An overlay called “The School” sets the start point for missions (as well as sometimes the target for conditions and Minions). There are four Mech boards, a color compass (for determining direction), and a command board for the Boss Mech. To round things out four dice: two “rune” die and two “six-sided” die, four metal rune coins, two metal Gear Tracker tokens, four Crystal shards, Gear/Doom Tracker board, and a 40-second “Minuteglass” sand timer are also included.
Bottom line: The components are TOP NOTCH and apart from a few minor suggestions are perfect.
The rules of the game are pretty simple to follow. First the Mechs have a phase, then the Minions get theirs. Sometimes there is a danger phase at the end of each round. The rules are so simple, that I found myself questioning whether I’d missed something only to find that I had not. It really is that easy to play.
First you’ll encounter the tutorial mission which is a basic introduction to the programming system and escalating dangers. When you complete that, you’ll open the first mission packet and the real fun begins. The second and most important book is the “Master Mech-anic: A Field Guide and Textbook” which is in essence an alphabetical rule reference. This has become a common inclusion in many games and is an awesome ready reference. If, like me, you have the first wave of the game, the 2.0 edition is available as a PDF for download and incorporates some of the FAQ that have been frequently asked as questions. As opposed to “Frequently Asked Statements” or “Frequently Exclaimed Questions” — isn’t “asked” sort of implied with “questions”???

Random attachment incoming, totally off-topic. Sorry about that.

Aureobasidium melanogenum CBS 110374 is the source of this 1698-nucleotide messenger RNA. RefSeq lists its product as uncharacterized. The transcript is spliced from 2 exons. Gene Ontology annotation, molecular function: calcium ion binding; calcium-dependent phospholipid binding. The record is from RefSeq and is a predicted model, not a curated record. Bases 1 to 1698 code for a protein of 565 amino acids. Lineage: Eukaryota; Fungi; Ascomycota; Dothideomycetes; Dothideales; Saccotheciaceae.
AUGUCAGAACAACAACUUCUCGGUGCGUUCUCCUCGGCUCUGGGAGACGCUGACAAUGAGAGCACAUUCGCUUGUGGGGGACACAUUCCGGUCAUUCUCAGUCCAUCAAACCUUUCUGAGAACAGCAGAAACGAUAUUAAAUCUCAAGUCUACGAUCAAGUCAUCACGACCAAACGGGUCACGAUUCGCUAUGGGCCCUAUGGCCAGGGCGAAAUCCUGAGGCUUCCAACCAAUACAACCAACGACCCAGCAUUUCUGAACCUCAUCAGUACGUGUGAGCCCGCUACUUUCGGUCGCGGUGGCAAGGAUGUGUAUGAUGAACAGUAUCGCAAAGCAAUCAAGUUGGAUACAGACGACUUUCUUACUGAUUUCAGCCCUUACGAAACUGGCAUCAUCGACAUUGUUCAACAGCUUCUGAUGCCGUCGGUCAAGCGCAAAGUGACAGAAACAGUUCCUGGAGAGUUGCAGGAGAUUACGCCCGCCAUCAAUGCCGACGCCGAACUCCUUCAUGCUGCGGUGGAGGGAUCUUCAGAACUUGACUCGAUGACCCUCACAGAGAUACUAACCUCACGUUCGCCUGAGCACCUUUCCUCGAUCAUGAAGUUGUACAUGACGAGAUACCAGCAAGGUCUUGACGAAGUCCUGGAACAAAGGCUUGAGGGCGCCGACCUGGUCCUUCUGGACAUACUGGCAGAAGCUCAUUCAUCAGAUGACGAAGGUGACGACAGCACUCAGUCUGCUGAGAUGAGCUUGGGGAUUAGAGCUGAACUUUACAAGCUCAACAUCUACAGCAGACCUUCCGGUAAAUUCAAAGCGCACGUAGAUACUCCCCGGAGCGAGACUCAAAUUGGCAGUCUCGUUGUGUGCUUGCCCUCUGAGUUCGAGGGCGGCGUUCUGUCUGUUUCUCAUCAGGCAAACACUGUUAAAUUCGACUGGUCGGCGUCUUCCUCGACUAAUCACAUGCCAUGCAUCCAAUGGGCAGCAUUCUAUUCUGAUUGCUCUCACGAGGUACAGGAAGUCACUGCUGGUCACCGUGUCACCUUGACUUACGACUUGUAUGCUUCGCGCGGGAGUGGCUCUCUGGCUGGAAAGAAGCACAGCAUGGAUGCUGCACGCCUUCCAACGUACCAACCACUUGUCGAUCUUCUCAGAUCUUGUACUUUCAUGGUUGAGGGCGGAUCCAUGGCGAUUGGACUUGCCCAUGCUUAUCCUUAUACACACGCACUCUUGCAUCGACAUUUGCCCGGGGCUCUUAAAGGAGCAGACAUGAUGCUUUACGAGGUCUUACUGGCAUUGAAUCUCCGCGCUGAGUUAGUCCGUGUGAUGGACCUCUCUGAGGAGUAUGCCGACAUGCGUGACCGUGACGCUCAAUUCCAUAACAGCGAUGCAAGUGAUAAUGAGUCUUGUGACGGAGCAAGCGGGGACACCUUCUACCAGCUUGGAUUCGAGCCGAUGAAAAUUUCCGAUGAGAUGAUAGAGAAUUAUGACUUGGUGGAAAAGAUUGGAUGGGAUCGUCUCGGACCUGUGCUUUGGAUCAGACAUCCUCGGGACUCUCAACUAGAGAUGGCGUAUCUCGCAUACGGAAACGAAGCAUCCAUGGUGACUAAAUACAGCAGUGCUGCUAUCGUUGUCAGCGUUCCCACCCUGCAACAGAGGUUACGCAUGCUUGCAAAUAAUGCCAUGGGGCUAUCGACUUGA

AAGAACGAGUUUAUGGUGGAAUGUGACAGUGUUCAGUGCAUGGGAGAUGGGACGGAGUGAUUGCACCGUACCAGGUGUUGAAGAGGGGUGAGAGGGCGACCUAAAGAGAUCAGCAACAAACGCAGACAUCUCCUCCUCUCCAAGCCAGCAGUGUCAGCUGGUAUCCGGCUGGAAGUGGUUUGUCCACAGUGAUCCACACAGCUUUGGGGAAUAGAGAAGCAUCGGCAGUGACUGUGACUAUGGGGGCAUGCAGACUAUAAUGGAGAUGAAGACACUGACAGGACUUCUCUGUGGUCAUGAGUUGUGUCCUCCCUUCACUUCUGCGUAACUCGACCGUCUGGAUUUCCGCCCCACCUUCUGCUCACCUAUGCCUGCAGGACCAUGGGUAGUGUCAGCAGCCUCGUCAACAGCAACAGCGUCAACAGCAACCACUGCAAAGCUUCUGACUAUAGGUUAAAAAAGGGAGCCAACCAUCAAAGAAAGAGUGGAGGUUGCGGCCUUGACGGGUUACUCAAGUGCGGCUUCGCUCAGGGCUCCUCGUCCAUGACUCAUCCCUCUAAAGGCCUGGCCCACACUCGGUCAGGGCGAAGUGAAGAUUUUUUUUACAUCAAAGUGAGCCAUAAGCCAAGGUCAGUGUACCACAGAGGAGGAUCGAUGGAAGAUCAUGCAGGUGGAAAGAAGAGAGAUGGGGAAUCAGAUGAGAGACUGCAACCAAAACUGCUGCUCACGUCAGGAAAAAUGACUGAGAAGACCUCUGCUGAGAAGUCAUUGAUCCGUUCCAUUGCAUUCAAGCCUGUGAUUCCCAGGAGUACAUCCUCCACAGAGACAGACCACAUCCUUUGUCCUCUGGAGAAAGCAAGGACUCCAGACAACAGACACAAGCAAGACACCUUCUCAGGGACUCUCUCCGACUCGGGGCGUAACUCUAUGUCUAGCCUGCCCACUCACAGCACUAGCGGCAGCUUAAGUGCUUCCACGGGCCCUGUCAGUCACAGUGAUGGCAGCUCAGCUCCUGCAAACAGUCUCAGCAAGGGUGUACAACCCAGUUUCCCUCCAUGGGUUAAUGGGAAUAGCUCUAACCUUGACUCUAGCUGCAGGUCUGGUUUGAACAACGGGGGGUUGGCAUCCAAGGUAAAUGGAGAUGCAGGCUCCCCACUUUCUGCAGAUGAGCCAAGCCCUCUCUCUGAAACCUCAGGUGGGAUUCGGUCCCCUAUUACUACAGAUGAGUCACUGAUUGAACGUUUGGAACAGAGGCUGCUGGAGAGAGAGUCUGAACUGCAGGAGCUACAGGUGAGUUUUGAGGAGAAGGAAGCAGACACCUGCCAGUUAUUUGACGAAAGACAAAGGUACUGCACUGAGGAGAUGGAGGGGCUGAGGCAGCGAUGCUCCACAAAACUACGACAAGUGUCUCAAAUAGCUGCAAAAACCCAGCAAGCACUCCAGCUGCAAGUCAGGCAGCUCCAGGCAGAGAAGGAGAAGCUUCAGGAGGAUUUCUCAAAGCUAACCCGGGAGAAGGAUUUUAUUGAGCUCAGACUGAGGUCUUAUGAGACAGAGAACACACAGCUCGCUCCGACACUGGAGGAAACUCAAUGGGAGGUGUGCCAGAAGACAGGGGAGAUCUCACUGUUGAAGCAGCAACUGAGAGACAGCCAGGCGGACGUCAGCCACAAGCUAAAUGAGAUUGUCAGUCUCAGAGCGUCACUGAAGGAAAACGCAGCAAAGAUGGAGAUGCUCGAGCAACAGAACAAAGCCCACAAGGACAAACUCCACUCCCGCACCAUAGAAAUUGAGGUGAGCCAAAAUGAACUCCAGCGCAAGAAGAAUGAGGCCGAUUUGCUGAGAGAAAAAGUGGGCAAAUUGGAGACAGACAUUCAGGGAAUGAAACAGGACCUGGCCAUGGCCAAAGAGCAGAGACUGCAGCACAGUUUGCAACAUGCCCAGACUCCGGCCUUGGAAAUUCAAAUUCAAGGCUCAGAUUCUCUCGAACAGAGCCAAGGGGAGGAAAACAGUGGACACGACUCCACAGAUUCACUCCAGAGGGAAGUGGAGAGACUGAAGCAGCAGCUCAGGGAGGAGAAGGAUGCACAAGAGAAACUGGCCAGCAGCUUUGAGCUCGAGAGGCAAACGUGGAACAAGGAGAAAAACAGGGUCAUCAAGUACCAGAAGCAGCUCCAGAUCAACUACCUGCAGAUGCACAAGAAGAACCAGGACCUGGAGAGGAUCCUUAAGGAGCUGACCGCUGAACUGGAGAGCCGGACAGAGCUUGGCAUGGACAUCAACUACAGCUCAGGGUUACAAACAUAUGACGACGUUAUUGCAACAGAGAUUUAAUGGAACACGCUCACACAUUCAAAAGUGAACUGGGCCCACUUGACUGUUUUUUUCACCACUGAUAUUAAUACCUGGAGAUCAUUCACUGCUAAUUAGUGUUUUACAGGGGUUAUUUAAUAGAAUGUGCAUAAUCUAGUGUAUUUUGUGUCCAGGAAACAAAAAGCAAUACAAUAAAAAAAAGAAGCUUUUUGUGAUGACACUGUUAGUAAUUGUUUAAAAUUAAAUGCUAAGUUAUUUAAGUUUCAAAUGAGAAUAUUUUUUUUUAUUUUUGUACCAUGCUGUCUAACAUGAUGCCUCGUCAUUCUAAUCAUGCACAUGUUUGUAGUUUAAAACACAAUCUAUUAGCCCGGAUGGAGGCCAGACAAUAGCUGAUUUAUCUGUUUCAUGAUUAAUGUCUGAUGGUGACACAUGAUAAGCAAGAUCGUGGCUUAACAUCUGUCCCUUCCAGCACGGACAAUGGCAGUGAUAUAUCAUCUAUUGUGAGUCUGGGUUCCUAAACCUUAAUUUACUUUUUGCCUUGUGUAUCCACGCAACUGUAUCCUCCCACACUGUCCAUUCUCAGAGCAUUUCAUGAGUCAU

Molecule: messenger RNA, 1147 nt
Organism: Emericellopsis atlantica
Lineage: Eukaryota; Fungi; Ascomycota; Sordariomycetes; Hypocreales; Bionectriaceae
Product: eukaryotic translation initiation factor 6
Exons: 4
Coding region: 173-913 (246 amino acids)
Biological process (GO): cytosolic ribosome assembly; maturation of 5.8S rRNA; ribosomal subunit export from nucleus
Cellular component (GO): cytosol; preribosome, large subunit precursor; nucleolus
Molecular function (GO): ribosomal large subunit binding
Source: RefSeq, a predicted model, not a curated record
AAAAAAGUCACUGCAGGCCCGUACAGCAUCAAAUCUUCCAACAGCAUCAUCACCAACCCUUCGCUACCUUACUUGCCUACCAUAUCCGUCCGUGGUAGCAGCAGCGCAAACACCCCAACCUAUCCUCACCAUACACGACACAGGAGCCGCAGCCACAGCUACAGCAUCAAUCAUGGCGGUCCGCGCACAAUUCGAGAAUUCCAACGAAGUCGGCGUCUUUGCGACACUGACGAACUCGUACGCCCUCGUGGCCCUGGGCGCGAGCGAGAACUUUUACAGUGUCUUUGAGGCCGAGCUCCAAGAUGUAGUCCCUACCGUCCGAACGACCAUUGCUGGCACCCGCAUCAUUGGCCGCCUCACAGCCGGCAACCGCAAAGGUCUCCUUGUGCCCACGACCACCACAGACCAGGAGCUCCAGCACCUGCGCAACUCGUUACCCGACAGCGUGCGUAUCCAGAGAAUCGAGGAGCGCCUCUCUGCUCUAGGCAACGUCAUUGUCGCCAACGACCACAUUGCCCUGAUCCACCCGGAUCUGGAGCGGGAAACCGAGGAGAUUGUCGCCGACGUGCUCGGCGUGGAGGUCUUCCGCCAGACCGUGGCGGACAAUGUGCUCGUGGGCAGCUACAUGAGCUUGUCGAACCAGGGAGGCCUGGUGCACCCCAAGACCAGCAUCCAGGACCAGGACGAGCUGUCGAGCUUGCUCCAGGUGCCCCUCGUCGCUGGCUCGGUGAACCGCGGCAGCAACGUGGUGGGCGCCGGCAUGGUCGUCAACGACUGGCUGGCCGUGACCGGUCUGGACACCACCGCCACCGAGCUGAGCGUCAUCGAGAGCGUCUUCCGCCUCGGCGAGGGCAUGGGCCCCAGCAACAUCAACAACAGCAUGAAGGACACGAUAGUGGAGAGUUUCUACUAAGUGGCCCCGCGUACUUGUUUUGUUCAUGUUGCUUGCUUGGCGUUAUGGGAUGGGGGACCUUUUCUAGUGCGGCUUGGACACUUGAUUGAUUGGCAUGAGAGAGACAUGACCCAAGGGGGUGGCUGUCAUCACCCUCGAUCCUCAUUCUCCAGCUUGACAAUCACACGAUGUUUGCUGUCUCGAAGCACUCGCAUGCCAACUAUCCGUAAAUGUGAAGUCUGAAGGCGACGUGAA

Oddly for all the care to keep spoilers and mission contents a secret, some things do get revealed in the course of reading this book. You’ll see something like “The Boss” or “The Lava Wall” and sorta figure out what’s coming in an envelope. Unless those are clever misdirects and the envelope contains different rules for those things. Interesting! Must play more to find out!
The aim of the game is simple. Complete the mission objectives. These can vary from mission to mission, but killing all the Minions is not usually the goal of the game. You do this by programming your Mech with a series of six commands on your Mech board. Each command card increases in power or ability the more you have stacked in the slot (up to three of the same element group). These commands get executed in order from left to right for each Mech in turn and then the Minions take their turn. This usually involves just moving them toward their objective, respawning per the mission rules, and then they attack.
Don’t let “programming” scare you away. It’s not a complicated process, just sequencing of commands.
The minions (as I was corrected) come in four different poses, but are essentially the same in terms of their in-game function. To die at the hands (or feet or wheels or treads) of your Mechs. They take a single hit of damage to kill and get removed from the board. When you kill five Minions you earn a gear tracker token and every five thereafter increases the Team Gears counter from 1 to 15. When you reach 15 Team Gears each Mech received a special Overdrive ability to aid them in the mission. Likewise earned Schematic card abilities will activate at different thresholds and become available.
Minion attacks are simply resolved as draws from a damage deck. In Mech order (first Mech changes each round), you count the number of orthogonal Minions around your Mech (0-4) and draw that number of damage cards from the deck. You then resolve each of these in order. Some of them are a one time penalty (such as switch slots in your program) and are discarded. Others last longer and may force the Mech to move again in a random or set direction and then the card gets slotted into your program (via d6 roll). This means that alternate command will take over your code in that slot each round until you opt to remove it during the draft phase (below). Sometimes however, you may find you like the damage and can use it to your advantage. After one Mech processes his damage, the next Mech in order tabulates and takes damage. This could have changed if a previous Mech took out some Minions with their damage (by moving onto them, for example).